IV. This Matter Should Be Remanded for Further Administrative Proceedings
The Court may remand this case "either for additional evidence and findings or to award benefits." Smolen, 80 F.3d at 1292. Generally, when the Court reverses an ALJ's decision, "the proper course, except in rare circumstances, is to remand to the agency for additional investigation or explanation." Benecke v. Barnhart, 379 F.3d 587, 595 (9th Cir. 2004) (citations omitted). Thus, it is "the unusual case in which it is clear from the record that the claimant is unable to perform gainful employment in the national economy, " that "remand for an immediate award of benefits is appropriate." Id.
Benefits may be awarded where "the record has been fully developed" and "further administrative proceedings would serve no useful purpose." Smolen, 80 F.3d at 1292; Holohan v. Massanari, 246 F.3d 1195, 1210 (9th Cir. 2001). Specifically, they should be awarded where:
(1) the ALJ has failed to provide legally sufficient reasons for rejecting [the claimant's] evidence, (2) there are no outstanding issues that must be resolved before a determination of disability can be made, and (3) it is clear from the record that the ALJ would be required to find the claimant disabled were such evidence credited.
Smolen, 80 F.3d 1273 at 1292; McCartey v. Massanari, 298 F.3d 1072, 1076-77 (9th Cir. 2002). Because issues still remain concerning the opinion of Dr. Heilbrunn, plaintiff's residual functional capacity and plaintiff's ability to perform other jobs existing in significant numbers in the national economy, remand for further consideration of those issues is warranted.
Plaintiff argues Dr. Heilbrunn's opinion should be credited as true. Where an ALJ has failed "to provide adequate reasons for rejecting the opinion of a treating or examining physician, " that opinion generally is credited "as a matter of law." Lester, 81 F.3d at 834 (citation omitted). However, where the ALJ is not required to find the claimant disabled on crediting of evidence, this constitutes an outstanding issue that must be resolved, and thus the Smolen test will not be found to have been met. Bunnell v. Barnhart, 336 F.3d 1112, 1116 (9th Cir. 2003); see also Garrison v. Colvin, 759 F.3d 995, 1021 (9th Cir. 2014) (courts should "remand for further proceedings when, even though all conditions of the credit-as-true rule are satisfied, an evaluation of the record as a whole creates serious doubt that a claimant is, in fact, disabled"). Here, because given the evidence in the record as a whole, it is far from clear that the ALJ would be required to adopt the functional limitations Dr. Heilbrunn assessed, application of the credit as true rule is inappropriate at this time.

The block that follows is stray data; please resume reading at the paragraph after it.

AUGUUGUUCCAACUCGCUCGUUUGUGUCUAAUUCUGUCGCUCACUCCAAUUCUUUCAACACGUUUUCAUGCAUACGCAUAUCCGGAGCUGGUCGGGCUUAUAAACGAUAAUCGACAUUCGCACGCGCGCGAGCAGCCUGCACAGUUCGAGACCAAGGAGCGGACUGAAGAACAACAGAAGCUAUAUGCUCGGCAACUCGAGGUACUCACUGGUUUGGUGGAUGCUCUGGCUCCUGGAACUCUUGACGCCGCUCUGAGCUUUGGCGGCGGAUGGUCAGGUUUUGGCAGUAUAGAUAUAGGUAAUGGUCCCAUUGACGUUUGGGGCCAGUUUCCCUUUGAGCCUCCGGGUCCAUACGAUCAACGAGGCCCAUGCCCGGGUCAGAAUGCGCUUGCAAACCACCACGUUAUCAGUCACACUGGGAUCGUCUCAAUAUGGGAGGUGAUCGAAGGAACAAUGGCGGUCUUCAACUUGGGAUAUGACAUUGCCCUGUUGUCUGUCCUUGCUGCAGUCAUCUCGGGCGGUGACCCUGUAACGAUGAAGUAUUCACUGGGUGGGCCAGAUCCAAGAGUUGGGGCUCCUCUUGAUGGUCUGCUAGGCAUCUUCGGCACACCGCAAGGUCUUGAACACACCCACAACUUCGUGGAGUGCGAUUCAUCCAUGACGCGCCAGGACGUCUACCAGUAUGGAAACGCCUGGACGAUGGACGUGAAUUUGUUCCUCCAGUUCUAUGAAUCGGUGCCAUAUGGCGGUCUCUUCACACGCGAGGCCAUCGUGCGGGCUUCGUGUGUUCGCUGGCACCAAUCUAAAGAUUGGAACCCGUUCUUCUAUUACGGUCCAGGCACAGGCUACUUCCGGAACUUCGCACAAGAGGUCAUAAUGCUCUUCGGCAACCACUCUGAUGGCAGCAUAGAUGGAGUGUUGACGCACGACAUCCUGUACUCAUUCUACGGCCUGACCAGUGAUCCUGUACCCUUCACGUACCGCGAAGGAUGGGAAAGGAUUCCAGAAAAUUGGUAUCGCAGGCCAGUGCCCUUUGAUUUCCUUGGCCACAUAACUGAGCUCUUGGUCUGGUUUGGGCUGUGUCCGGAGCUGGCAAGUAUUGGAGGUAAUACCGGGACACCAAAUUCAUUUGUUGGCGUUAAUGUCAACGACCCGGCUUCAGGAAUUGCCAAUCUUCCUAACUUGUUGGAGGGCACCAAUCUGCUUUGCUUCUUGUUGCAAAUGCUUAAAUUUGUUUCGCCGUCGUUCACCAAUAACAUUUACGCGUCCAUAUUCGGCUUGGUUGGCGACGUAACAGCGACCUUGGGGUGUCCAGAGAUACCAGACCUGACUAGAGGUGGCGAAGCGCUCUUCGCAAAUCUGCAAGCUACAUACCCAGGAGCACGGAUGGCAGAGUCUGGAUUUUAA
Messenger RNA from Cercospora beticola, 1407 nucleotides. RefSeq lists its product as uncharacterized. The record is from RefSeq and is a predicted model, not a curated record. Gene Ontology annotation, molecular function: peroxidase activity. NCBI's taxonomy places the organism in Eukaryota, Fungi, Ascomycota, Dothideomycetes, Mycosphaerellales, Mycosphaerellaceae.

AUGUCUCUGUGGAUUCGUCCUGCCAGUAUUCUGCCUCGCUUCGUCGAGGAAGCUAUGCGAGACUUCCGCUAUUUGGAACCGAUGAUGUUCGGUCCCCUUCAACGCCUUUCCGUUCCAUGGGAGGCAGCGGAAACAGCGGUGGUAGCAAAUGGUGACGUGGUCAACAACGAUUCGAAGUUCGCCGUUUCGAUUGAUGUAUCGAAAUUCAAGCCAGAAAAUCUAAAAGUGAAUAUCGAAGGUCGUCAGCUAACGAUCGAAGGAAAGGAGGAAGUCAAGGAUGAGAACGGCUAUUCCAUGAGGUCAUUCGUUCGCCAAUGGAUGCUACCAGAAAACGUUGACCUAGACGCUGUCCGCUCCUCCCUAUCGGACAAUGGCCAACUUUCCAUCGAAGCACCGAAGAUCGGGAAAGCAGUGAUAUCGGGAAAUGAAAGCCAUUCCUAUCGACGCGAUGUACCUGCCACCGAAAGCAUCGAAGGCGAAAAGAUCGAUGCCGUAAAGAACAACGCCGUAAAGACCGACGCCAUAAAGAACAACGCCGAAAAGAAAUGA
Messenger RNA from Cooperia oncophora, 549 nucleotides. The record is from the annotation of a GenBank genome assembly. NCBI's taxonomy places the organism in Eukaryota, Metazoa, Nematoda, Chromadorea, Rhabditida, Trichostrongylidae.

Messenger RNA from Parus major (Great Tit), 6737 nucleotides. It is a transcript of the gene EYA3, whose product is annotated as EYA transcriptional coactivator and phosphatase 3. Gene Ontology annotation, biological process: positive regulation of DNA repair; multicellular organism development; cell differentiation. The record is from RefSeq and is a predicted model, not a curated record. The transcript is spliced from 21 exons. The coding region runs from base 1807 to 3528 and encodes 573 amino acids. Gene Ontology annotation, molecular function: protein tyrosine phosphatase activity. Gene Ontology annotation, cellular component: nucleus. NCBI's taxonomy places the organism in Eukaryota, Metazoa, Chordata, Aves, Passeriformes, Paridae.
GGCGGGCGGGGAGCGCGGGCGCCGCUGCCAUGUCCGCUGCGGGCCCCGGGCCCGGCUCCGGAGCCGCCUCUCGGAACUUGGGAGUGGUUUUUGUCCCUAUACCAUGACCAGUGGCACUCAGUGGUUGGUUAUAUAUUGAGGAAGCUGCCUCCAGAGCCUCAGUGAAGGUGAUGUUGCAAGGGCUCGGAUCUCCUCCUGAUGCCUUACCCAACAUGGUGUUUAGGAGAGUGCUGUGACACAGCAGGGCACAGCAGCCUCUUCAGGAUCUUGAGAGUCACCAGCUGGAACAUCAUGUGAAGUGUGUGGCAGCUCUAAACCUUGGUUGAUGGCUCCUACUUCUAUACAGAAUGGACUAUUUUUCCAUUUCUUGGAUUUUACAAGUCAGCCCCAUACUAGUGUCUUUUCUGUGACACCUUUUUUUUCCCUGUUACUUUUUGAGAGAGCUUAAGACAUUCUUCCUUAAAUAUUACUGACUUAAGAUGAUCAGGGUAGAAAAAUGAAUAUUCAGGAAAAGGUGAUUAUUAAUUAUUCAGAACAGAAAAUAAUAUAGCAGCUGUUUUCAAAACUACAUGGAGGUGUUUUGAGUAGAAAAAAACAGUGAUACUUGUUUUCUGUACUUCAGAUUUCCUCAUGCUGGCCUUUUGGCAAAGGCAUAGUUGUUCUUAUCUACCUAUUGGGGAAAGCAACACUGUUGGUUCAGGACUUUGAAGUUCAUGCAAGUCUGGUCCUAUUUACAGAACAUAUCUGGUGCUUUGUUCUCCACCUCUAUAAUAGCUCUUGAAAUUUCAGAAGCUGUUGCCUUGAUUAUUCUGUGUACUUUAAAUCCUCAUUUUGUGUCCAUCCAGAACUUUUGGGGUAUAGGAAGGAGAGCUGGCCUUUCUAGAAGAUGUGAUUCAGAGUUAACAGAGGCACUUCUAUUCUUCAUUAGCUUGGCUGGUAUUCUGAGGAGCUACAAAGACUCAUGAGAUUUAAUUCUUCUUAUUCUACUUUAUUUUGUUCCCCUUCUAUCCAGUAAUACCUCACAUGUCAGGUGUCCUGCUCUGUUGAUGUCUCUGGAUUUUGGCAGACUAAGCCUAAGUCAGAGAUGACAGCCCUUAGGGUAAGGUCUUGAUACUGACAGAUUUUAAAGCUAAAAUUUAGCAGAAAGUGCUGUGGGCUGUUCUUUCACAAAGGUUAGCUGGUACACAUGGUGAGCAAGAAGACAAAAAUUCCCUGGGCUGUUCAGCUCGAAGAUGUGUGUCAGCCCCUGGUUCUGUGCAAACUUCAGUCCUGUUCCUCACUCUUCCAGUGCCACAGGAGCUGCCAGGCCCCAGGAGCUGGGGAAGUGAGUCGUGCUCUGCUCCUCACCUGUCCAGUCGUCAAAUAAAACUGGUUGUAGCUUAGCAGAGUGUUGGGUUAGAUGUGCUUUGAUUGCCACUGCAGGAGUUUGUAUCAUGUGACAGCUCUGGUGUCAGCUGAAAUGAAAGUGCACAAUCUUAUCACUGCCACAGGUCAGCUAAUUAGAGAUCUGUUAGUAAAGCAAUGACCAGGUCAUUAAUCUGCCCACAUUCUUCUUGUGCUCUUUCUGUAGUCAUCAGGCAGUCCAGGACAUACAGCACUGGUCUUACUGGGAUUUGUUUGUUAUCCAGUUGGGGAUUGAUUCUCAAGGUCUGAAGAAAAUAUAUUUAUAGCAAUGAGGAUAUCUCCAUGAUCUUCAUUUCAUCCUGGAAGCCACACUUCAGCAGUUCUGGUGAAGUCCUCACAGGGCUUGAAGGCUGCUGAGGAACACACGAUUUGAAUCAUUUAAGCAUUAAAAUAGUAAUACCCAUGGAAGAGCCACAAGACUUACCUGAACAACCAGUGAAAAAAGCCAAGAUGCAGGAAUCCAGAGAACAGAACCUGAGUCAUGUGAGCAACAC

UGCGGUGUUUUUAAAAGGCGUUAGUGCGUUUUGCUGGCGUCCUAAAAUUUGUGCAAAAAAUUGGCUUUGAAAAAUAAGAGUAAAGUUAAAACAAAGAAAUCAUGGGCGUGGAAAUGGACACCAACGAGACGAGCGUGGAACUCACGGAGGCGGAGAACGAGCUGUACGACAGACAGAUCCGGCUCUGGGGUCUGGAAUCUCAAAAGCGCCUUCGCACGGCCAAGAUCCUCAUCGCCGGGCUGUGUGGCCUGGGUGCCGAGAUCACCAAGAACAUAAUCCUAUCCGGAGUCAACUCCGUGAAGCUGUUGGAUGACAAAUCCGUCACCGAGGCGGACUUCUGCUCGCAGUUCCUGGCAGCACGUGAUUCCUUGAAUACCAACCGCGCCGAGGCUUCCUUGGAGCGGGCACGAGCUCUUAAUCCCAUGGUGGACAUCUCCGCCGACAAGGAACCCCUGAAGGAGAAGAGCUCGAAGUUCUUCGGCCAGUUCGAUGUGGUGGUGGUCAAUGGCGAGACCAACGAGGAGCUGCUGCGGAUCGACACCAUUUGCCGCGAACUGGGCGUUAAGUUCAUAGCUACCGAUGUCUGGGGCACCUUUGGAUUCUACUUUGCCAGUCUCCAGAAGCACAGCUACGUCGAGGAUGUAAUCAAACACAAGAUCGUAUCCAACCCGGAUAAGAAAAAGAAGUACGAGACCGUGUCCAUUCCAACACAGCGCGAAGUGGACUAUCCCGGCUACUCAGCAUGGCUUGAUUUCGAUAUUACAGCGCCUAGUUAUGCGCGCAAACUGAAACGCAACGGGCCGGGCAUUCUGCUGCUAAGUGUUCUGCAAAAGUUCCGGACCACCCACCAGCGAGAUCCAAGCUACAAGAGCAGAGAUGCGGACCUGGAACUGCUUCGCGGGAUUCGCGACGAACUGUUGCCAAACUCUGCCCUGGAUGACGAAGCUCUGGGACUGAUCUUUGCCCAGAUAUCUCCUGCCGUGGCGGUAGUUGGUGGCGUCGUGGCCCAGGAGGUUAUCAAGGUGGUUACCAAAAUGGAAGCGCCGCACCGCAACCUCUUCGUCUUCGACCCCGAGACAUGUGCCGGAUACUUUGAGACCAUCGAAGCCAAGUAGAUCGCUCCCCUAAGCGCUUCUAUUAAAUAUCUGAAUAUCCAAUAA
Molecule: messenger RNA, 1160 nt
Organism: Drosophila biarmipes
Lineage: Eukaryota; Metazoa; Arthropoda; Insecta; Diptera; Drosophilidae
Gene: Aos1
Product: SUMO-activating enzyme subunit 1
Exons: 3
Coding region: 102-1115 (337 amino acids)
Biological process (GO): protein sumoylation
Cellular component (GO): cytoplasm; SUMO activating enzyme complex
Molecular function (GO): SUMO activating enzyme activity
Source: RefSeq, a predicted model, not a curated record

Based on the foregoing discussion, the undersigned recommends the Court find the ALJ improperly concluded plaintiff was not disabled. Accordingly, the undersigned recommends as well that the Court reverse defendant's decision to deny benefits and remand this matter for further administrative proceedings in accordance with the findings contained herein.
Pursuant to 28 U.S.C. § 636(b)(1) and Federal Rule of Civil Procedure ("Fed. R. Civ. P.") 72(b), the parties shall have fourteen (14) days from service of this Report and Recommendation to file written objections thereto. See also Fed.R.Civ.P. 6. Failure to file objections will result in a waiver of those objections for purposes of appeal. See Thomas v. Arn, 474 U.S. 140 (1985). Accommodating the time limit imposed by Fed.R.Civ.P. 72(b), the clerk is directed set this matter for consideration on March 13, 2015, as noted in the caption.